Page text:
Lecture Peter Friedl:
Mieke Bal
To Be or Not to Be: No Con-Cept


28 March 22, 7 pm

In English

Venue: KW


Registration via reservation@kw-berlin.de


In accordance with the current Covid-19 regulations, the 3G rule (vaccinated, recovered or tested) applies to all KW events. In addition, we ask that you wear an FFP-2 mask throughout the event.


<p>Peter Friedl, <em>Peter Friedl</em>, 1998. Garments, mixed media, dimensions variable. Installation view of the exhibition <em>Peter Friedl:</em> <em>Report 1964–2022</em> at KW Institute for Contemporary Art, Berlin 2022. Courtesy the artist; Photo: Frank Sperling</p>

Peter Friedl, Peter Friedl, 1998. Garments, mixed media, dimensions variable. Installation view of the exhibition Peter Friedl: Report 1964–2022 at KW Institute for Contemporary Art, Berlin 2022. Courtesy the artist; Photo: Frank Sperling


If a concept is a way of grasping (-cept) together (con-) the different aspects traditionally associated with art and with the artist, such as autonomy, authority, authenticity, unity, coherence, to say that Peter Friedl is an artist would be as misleading as calling him a “conceptual artist”. Instead, this artist keeps shifting away from the pulls of centering of that concept. The visitor is addressed with high demand and thus respect for her own intelligence. The exhibition can only “work” in allegiance with this art if the visitor shifts along. But if it cannot have a center, if it cannot harbor the loose ends in its welcoming and coherence-bestowing generosity, what can it be? Peter Friedl’s work is as explorative and tentative as it is simple and straightforward, as amusing as, sometimes, tragic, and, from work to work, diverse in media, style, figuration, and meaning. His work, then, not only works with concepts, but also does the philosophical work of reflecting on the concepts it simultaneously produces and rejects. And, taking a work deliberately out of the context in which it first did its conceptual work, the artist sends the concept on a journey from which it will not return unscathed. As a “student” of Friedl, the lecturer will revisit some of these works, and try to work on the paradox of political art as a problem, an experiment, and a need.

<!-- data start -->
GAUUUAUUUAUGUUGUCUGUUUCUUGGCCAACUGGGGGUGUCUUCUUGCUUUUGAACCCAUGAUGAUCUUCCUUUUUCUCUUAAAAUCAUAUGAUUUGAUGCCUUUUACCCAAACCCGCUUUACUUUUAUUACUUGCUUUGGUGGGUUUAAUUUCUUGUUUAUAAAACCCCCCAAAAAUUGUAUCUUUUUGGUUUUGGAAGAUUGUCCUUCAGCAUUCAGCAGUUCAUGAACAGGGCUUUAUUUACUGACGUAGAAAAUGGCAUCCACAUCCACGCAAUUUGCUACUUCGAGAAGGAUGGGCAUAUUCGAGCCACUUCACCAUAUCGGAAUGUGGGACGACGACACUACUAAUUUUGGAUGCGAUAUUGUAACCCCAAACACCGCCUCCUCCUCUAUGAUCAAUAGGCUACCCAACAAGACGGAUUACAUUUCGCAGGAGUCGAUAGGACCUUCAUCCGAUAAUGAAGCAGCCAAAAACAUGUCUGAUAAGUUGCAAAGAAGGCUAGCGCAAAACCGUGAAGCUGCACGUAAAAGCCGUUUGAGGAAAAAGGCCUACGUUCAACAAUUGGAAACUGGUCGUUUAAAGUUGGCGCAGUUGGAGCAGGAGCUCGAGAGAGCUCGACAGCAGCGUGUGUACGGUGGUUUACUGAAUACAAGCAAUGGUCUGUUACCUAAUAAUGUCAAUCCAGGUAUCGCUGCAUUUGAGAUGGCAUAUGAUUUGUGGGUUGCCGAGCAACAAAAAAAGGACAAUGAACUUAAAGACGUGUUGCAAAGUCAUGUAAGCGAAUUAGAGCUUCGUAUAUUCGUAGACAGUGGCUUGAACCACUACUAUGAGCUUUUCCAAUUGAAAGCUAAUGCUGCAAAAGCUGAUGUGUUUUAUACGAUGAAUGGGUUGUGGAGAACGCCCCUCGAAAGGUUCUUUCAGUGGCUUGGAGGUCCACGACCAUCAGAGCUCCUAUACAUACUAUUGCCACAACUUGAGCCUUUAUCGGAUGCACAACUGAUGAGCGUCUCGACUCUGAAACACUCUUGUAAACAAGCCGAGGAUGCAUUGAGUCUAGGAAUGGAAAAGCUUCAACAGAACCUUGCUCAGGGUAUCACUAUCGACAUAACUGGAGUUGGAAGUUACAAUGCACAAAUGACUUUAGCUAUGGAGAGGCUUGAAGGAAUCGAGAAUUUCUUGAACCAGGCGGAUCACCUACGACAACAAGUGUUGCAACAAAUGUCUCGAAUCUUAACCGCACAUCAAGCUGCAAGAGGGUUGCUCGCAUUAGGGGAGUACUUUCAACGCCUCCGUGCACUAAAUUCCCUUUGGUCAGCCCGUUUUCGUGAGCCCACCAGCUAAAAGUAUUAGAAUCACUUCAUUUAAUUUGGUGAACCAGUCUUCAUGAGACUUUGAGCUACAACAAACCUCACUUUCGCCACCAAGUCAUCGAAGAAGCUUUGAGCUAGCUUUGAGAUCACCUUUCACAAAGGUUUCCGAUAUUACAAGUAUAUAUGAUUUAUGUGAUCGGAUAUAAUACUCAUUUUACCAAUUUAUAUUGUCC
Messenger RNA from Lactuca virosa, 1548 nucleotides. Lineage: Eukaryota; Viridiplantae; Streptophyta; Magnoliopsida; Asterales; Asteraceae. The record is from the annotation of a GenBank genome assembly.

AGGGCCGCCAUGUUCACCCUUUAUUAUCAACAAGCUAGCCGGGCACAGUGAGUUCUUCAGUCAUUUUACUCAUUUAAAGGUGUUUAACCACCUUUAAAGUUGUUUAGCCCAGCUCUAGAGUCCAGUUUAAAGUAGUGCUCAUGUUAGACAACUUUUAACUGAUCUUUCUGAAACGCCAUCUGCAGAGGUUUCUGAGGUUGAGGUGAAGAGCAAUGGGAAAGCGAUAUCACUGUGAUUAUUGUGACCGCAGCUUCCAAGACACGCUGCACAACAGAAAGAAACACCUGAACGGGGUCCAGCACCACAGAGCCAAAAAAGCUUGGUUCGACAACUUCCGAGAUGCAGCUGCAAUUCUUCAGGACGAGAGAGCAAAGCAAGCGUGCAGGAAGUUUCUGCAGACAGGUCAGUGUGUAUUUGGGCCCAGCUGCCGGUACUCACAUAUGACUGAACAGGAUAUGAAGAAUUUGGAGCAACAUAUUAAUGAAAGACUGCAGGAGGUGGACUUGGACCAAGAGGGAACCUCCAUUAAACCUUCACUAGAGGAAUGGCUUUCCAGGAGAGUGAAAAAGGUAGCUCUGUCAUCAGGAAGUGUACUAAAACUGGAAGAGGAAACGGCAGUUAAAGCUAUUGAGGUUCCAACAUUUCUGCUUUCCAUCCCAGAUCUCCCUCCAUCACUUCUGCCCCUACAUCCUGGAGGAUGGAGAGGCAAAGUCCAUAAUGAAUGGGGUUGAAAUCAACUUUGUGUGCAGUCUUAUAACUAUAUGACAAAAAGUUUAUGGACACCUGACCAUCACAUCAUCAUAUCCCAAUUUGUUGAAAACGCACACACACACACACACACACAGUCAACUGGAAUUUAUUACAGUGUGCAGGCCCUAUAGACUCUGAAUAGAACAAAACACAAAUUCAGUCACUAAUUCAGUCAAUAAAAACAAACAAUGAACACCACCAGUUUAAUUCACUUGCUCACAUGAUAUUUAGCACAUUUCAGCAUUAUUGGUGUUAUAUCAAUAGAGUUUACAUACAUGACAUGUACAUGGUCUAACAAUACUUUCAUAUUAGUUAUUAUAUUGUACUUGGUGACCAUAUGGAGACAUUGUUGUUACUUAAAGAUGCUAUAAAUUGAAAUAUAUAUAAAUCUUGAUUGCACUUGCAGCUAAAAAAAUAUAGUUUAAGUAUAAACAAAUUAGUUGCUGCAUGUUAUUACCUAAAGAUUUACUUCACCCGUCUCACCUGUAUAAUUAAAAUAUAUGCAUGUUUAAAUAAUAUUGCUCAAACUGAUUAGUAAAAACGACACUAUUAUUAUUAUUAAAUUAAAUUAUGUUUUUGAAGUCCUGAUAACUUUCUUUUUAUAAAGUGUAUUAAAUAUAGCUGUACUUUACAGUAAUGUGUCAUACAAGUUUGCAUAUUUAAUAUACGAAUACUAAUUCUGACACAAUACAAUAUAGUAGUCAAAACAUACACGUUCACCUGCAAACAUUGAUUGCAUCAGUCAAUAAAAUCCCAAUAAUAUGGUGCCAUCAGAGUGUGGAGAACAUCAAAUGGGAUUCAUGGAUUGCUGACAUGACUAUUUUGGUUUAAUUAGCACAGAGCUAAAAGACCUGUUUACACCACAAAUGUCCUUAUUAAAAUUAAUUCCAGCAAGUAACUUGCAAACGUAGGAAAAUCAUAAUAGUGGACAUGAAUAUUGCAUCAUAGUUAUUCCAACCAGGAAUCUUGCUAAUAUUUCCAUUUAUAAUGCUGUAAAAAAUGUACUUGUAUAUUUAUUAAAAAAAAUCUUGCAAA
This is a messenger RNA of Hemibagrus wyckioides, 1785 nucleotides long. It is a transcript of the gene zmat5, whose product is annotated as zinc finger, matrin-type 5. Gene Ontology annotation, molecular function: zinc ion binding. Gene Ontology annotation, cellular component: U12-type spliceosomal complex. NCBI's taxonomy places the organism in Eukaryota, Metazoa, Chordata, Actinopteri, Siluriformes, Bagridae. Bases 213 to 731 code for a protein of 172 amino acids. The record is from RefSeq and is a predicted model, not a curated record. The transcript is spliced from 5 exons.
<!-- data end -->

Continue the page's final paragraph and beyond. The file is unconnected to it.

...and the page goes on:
Author of 45 books and supervisor of 81 finished PhDs, the cultural theorist, critic, video artist and curator Mieke Bal writes in an interdisciplinary perspective on cultural analysis, literature and art, focusing on gender, migratory culture, the critique of capitalism, and political art. In 2002 she began to also make films, as a different, more in-depth and more contemporary mode of cultural analysis. Since then, writing, filmmaking and curating go together. In her 2022 book Image-Thinking (Edinburgh UP) she develops her ideas about how to integrate academic and artistic thinking. As a filmmaker, she made a number of experimental documentaries, mostly about migratory situations, and “theoretical fictions”, films and installations in which fiction helped developing difficult ideas. Madame B (2014) was exhibited in the Munch Museum in Oslo in combination with works by Edvard Munch in 2017. Reasonable Doubt (2016)on René Descartes and Queen Kristina of Sweden, also travelled. Then she made a 16-channel video-installation Don Quijote: Sad Countenances (2019) and a short essay film It’s About Time! Reflections on Urgency (2020).